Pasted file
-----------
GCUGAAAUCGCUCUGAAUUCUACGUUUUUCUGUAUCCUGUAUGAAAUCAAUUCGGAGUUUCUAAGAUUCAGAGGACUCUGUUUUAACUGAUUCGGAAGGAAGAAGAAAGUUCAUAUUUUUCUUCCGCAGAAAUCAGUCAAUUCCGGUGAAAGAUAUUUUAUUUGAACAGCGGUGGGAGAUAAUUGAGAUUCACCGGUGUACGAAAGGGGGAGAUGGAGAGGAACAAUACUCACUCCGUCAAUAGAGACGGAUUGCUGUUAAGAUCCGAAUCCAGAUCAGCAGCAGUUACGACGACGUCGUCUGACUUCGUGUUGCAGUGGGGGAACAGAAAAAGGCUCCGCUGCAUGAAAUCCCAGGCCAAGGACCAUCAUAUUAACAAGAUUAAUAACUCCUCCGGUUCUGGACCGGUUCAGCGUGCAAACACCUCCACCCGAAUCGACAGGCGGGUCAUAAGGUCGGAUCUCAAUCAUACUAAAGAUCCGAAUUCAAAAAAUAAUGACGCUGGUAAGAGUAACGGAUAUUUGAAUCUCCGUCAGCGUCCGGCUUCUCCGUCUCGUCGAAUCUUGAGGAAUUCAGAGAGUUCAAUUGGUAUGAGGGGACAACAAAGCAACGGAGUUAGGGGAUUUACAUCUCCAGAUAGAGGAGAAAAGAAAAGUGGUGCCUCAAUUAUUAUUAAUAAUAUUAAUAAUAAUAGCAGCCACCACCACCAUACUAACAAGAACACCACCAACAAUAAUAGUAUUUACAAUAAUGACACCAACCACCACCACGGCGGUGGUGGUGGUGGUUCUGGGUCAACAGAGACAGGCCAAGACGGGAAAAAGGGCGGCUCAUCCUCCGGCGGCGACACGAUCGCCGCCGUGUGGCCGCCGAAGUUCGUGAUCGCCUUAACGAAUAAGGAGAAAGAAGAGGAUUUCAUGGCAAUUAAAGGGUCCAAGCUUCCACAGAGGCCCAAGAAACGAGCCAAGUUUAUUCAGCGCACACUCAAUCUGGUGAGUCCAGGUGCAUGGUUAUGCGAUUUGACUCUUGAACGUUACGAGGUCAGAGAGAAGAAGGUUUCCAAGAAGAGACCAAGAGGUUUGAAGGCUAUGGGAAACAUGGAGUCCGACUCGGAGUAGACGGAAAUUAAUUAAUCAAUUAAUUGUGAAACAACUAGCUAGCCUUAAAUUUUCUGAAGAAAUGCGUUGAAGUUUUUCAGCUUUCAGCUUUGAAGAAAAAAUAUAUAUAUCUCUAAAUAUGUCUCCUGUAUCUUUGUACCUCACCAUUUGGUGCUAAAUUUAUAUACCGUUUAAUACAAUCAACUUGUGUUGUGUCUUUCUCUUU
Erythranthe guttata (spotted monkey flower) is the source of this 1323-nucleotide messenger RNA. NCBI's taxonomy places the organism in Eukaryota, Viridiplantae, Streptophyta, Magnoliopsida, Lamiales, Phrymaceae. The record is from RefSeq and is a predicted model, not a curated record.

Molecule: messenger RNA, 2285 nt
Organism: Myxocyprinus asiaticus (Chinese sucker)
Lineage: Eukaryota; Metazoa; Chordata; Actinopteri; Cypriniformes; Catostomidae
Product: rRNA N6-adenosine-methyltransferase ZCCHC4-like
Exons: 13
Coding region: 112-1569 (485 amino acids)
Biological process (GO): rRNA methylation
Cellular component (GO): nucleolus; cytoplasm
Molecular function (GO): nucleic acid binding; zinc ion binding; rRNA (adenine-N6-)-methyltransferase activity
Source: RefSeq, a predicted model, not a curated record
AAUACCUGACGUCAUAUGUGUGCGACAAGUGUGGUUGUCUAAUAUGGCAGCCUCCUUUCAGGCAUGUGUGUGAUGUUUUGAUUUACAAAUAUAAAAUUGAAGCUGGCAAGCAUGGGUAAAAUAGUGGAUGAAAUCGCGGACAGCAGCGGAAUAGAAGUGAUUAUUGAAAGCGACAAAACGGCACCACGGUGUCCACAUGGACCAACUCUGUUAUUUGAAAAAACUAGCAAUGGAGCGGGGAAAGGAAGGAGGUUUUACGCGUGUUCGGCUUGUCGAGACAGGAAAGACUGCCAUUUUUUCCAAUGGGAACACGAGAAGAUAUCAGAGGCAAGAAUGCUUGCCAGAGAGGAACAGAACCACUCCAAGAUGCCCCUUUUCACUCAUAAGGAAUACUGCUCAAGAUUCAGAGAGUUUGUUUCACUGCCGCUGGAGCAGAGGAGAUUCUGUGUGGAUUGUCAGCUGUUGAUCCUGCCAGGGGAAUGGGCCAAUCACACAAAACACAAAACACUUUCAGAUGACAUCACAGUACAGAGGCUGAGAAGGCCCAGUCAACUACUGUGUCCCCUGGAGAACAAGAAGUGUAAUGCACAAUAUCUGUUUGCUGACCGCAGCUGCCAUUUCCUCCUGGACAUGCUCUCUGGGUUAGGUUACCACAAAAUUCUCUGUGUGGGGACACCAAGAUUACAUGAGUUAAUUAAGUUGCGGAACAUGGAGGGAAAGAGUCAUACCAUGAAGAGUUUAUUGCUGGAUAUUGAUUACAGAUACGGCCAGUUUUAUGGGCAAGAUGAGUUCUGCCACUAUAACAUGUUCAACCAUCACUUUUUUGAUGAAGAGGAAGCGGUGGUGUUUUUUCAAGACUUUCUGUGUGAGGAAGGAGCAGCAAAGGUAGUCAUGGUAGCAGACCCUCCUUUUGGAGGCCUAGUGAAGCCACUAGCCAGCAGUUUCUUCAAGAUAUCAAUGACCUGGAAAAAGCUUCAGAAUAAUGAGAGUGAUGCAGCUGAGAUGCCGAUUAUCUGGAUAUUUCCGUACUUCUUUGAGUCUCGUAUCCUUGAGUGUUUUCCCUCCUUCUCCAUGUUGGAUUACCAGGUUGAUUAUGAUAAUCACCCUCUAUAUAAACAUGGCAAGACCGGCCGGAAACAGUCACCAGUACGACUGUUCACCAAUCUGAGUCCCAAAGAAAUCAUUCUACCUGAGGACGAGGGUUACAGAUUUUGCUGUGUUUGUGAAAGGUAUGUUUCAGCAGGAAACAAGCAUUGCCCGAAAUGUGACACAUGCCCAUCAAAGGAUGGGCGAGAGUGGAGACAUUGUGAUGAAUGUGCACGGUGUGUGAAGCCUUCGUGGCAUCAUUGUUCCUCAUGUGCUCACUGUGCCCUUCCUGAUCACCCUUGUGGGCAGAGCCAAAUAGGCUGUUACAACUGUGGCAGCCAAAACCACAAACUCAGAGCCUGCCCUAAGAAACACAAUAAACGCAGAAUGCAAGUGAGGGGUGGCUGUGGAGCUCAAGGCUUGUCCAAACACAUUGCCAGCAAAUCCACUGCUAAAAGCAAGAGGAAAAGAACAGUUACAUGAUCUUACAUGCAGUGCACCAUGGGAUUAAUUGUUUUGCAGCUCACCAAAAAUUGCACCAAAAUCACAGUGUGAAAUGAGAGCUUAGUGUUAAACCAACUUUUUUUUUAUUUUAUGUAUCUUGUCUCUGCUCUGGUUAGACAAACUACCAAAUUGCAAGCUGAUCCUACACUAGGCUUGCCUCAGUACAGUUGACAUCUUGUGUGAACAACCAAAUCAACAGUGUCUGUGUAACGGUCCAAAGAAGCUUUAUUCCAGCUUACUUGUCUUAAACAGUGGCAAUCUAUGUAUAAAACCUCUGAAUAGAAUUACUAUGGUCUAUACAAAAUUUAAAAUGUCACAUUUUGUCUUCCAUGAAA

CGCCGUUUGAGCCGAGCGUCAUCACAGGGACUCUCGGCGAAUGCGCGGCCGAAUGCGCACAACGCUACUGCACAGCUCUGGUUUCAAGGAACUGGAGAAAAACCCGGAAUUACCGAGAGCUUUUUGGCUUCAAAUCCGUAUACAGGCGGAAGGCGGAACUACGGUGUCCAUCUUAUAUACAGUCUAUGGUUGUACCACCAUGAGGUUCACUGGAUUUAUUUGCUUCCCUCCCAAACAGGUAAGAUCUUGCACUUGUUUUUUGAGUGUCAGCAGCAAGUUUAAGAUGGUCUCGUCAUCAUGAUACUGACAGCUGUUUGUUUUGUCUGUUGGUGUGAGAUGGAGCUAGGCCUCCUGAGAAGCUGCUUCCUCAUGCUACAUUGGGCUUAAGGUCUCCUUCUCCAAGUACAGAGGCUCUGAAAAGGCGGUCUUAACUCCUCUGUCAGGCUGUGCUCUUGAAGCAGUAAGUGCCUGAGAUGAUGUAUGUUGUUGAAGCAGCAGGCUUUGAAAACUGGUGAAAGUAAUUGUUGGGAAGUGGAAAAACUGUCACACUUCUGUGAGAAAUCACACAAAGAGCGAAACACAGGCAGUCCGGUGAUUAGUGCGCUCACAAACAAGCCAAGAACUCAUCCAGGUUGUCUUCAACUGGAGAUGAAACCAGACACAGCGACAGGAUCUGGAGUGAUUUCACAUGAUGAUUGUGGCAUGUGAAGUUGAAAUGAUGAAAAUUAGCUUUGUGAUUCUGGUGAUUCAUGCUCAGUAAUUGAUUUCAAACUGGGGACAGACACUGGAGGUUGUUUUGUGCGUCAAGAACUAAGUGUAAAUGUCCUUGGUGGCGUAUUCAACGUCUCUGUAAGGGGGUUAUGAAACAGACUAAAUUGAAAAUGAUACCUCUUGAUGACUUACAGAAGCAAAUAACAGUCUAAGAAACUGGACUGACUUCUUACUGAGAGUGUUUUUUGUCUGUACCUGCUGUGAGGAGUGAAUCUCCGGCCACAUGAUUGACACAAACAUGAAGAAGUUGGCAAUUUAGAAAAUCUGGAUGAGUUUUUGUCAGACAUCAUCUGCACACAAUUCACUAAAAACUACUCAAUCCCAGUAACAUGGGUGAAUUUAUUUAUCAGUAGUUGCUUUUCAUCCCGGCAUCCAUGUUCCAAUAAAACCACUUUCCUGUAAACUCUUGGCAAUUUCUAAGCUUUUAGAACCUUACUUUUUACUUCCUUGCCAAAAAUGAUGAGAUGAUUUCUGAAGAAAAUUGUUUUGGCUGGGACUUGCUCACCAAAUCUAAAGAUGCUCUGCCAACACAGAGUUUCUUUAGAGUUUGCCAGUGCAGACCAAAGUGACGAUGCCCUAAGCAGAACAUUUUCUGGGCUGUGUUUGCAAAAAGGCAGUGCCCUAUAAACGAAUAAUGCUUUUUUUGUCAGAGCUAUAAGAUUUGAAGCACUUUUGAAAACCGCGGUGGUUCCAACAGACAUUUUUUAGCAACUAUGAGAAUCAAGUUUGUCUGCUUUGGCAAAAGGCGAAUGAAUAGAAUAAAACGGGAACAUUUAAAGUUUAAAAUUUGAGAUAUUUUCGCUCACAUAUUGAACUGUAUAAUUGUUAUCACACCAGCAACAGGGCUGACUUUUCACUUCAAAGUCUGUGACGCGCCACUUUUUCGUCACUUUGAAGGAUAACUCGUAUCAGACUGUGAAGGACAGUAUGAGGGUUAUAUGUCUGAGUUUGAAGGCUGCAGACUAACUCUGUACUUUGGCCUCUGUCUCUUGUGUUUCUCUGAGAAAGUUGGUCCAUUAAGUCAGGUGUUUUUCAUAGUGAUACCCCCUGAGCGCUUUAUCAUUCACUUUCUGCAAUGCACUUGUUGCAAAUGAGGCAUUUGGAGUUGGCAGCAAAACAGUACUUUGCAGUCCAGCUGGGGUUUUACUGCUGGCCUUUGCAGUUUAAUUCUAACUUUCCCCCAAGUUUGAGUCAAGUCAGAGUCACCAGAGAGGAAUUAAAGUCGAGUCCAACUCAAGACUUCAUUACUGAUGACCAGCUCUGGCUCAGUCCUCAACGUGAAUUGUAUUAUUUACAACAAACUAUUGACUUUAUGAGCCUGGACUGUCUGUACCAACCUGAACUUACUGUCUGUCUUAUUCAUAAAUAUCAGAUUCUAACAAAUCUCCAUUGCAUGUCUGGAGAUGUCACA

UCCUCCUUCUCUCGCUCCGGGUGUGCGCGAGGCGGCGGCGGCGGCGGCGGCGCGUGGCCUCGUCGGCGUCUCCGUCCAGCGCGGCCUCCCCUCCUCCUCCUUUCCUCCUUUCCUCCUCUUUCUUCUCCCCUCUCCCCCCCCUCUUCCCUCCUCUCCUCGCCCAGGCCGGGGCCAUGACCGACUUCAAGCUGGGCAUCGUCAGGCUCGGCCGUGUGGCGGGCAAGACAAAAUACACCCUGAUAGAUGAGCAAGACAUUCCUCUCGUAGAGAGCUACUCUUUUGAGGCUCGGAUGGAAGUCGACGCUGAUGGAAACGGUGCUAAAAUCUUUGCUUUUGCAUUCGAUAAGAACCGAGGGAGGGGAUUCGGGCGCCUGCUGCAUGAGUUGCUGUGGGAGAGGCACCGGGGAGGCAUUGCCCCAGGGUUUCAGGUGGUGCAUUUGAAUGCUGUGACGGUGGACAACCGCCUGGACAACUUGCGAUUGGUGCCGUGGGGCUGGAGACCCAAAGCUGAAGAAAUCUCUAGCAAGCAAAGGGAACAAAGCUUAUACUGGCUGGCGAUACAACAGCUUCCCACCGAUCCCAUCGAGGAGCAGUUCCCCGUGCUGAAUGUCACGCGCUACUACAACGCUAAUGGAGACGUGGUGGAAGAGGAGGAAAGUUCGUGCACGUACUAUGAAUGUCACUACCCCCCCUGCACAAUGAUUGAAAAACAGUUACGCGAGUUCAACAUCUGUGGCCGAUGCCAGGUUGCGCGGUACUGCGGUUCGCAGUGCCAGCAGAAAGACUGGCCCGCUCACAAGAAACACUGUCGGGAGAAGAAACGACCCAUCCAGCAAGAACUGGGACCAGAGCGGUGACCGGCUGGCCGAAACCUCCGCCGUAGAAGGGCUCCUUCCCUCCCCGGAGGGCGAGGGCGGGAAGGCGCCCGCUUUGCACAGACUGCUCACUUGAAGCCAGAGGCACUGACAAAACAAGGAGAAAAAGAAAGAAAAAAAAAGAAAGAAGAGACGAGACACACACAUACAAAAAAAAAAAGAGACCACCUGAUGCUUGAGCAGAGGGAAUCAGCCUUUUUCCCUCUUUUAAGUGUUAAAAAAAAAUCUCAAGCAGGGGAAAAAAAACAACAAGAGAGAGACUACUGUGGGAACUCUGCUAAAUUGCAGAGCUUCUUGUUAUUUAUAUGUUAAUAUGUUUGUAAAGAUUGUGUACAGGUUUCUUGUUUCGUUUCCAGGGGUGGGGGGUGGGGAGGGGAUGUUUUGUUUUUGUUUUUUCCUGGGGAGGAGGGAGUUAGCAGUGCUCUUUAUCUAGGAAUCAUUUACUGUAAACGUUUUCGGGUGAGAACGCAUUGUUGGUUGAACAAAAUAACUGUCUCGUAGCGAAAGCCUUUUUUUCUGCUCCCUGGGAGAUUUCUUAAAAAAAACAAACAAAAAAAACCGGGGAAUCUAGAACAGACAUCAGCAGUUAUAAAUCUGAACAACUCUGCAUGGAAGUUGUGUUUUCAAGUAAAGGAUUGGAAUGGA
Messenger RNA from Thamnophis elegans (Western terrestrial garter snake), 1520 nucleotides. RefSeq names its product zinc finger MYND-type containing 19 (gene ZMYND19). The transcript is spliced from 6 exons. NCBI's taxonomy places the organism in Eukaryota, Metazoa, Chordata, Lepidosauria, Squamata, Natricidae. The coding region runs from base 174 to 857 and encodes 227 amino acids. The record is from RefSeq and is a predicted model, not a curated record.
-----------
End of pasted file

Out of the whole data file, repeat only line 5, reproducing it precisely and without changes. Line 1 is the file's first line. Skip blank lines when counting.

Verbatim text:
Lineage: Eukaryota; Metazoa; Chordata; Actinopteri; Cypriniformes; Catostomidae